Tag Archives: Murder

Blockbuster

26 May

BLOCKBUSTER • BY TOM MEEK 

They were on their way to buy wine and cheese and pick out a movie at the video store. It was his first time meeting her parents and he wanted to impress them even though she had said they were the cause of all her problems. He didn’t know what her problems were; she was tall, angular and adored. He had worked hard to gain her favor after they met on a whitewater rafting trip. He took her to arty movies that he thought were like the ones he had heard her talk about and cooked her the kind of dishes he saw in the magazines on her coffee table. She took him camping and skydiving and they made love in the woods on moss covered logs and rocky outcroppings overlooking the city.

“Alcoholics and liars,” is how she described her parents. He expected horrible people, but they were nice and welcoming during the brief five minutes they popped in to drop off their bags. “Maureen says you have great taste in movies,” her mother said giving his arm a gentle squeeze, “Why don’t you pick something out for us.”

They sailed down a country road past artfully masoned walls and immaculate lawns. There wasn’t a rogue leaf anywhere.

“Here! Here!” she said tapping on the dashboard frantically. “Turn here!”

He swerved hard right, the font wheel left a muddy rut across one of the manicured lawns. The Corolla skidded back onto the road and righted itself.

She tugged on his sleeve. “See that house up there?”

Up a long rolling lawn dotted with boulders sat a large stucco structure.

“A murder happened there, about three years ago. A doctor and his wife, who had just moved here from India, got hacked up by their own meat cleaver.”

“God that’s grim,” he said, “I hope they got the guy.”

“They did, but they shouldn’t have,” she said explaining that a boy she knew from school who grew up in the house and was abused by his alcoholic father, had gotten drunk and broke into the house. “They couldn’t figure it out for a long time,” she said, “but he was trying to get clean and said something at an AA meeting and somebody went to the police.”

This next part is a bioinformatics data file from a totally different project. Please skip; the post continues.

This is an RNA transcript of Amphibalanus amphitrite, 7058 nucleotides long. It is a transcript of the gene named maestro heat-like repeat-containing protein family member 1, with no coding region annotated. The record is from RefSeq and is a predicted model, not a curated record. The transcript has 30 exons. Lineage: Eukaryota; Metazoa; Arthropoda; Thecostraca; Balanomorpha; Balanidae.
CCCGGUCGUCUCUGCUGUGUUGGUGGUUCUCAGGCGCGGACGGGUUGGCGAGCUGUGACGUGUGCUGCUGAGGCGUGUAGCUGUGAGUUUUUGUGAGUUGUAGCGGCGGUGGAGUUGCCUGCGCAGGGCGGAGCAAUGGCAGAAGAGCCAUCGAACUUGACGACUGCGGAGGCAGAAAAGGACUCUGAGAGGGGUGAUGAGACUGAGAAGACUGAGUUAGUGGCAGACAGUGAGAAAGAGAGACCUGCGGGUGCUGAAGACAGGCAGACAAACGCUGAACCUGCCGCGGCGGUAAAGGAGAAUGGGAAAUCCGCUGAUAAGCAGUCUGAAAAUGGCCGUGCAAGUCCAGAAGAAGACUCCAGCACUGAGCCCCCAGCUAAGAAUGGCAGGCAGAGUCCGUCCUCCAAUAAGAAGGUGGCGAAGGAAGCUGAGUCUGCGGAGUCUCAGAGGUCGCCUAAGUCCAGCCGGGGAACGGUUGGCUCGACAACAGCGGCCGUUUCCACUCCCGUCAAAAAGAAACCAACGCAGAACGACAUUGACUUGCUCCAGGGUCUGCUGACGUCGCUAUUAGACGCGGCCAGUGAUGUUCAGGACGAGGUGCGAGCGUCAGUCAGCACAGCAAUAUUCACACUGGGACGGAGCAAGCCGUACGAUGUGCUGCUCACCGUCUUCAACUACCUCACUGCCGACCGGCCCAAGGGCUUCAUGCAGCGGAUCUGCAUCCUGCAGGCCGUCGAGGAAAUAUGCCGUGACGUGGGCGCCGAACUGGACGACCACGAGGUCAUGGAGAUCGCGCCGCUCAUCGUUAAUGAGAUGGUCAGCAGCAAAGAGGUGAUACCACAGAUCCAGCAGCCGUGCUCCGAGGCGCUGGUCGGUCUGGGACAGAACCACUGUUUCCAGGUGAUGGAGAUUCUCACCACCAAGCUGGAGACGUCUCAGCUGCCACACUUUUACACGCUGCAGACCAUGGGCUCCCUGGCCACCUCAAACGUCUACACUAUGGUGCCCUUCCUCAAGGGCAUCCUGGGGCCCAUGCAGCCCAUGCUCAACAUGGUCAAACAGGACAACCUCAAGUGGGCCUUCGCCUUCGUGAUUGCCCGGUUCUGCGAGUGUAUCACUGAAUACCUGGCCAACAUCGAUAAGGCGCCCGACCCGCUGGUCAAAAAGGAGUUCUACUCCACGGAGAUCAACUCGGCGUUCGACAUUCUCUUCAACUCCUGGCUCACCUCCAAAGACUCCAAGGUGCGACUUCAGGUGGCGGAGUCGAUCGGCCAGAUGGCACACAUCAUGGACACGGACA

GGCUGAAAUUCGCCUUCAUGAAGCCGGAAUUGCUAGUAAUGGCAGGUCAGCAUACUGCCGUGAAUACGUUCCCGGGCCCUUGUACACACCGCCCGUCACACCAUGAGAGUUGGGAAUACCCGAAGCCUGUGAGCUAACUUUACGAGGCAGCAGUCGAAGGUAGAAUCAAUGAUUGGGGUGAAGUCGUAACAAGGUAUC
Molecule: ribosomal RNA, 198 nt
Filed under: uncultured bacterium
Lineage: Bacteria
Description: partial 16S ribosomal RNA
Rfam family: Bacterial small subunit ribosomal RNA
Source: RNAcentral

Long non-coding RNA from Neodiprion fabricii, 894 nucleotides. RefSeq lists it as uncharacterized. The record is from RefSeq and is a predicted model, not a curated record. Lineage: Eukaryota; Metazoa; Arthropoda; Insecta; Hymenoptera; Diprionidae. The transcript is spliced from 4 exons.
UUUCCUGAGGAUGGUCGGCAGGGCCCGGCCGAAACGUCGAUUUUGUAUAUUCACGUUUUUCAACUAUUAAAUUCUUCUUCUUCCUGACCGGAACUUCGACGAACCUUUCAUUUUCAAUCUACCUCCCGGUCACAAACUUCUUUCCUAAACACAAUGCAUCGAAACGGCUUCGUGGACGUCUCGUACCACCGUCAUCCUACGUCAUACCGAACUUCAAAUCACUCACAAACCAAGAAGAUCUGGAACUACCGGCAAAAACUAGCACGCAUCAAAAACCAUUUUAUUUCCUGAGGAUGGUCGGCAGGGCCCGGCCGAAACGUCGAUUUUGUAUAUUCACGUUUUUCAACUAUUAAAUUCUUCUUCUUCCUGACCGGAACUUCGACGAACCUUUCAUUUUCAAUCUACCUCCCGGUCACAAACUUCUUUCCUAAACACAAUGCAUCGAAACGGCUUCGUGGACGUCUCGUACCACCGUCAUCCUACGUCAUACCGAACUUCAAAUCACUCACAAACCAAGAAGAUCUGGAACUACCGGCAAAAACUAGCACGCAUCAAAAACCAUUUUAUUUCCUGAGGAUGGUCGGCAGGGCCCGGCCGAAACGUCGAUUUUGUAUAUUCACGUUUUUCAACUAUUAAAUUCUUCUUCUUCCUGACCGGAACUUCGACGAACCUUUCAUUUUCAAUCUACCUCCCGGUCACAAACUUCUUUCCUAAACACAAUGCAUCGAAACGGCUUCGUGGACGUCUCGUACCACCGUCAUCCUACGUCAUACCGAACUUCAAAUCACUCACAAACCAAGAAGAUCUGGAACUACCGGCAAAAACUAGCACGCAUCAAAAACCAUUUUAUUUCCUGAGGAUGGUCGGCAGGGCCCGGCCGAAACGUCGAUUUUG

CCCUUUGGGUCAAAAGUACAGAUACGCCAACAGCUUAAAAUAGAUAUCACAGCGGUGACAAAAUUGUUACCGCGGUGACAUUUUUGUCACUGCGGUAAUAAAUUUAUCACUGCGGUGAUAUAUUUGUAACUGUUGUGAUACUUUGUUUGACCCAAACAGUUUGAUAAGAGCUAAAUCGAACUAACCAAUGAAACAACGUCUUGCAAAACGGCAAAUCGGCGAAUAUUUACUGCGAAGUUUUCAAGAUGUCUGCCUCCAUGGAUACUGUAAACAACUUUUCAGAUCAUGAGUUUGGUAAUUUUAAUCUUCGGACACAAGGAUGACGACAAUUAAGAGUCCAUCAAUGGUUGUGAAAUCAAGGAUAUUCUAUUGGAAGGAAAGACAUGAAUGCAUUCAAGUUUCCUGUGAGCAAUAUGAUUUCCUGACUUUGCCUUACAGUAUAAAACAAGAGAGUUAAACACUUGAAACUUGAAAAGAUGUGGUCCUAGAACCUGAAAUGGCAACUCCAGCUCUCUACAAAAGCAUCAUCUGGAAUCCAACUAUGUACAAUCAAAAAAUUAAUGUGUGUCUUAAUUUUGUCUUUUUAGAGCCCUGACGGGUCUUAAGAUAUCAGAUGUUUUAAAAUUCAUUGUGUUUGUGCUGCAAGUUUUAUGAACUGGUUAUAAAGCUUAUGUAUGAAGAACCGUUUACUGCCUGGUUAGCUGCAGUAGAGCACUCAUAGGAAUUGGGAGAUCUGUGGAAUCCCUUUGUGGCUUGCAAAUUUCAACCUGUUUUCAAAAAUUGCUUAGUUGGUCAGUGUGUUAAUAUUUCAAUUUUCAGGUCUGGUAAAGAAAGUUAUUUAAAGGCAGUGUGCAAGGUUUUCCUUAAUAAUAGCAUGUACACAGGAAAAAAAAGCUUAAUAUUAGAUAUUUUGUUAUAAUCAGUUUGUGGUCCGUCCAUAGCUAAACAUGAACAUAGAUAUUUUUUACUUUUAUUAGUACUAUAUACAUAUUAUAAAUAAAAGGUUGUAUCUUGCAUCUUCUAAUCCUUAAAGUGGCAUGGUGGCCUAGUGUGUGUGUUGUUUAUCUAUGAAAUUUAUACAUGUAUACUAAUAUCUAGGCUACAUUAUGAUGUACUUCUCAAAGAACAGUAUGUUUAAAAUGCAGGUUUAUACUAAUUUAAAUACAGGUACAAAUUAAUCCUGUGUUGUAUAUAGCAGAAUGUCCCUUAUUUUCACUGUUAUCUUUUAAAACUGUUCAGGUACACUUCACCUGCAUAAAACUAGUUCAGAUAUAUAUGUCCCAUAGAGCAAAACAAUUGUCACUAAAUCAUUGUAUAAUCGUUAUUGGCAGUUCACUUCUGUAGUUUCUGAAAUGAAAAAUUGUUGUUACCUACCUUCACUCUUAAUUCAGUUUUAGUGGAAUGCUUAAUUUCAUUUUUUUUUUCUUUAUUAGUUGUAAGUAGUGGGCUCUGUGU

“Sounds like they did the right thing.”

She slapped the dashboard. “That’s not the the point, godammit!”

“Okay, then what is?”

“AA’s all about recovery and having a system of trust. They violated that trust. It was wrong.”

“C’mon, Mo, it’s not like attorney-client or anything like that.”

“He was getting help, he was finally clean.”

“What are you saying? That his recovery is more important than their lives? That it justifies murder?”

“I didn’t say that.”

“Well, then, what?”

She slumped hard against the passenger door. “You just don’t get it, do you?”

The Corolla crested another hill. Below he could see the neon blue from the video store. He wondered what he should pick. He knew he had to choose wisely.

 

***

(published May ’19 in Everyday Fiction)

Remembering a solid citizen

12 Jan

Paul Wilson: Big guy with an even bigger heart whose memory will outlast headlines’ violence

The life of Paul Wilson, 60, will be celebrated Jan. 26 in Danvers. (Photos courtesy of Cindy Amor)

Last week a brutal crime took from our city one of its kindest, gentlest souls. Paul Wilson, 60, was a stand-up human: generous, respectful, friendly and imbued with a deep sense of humor.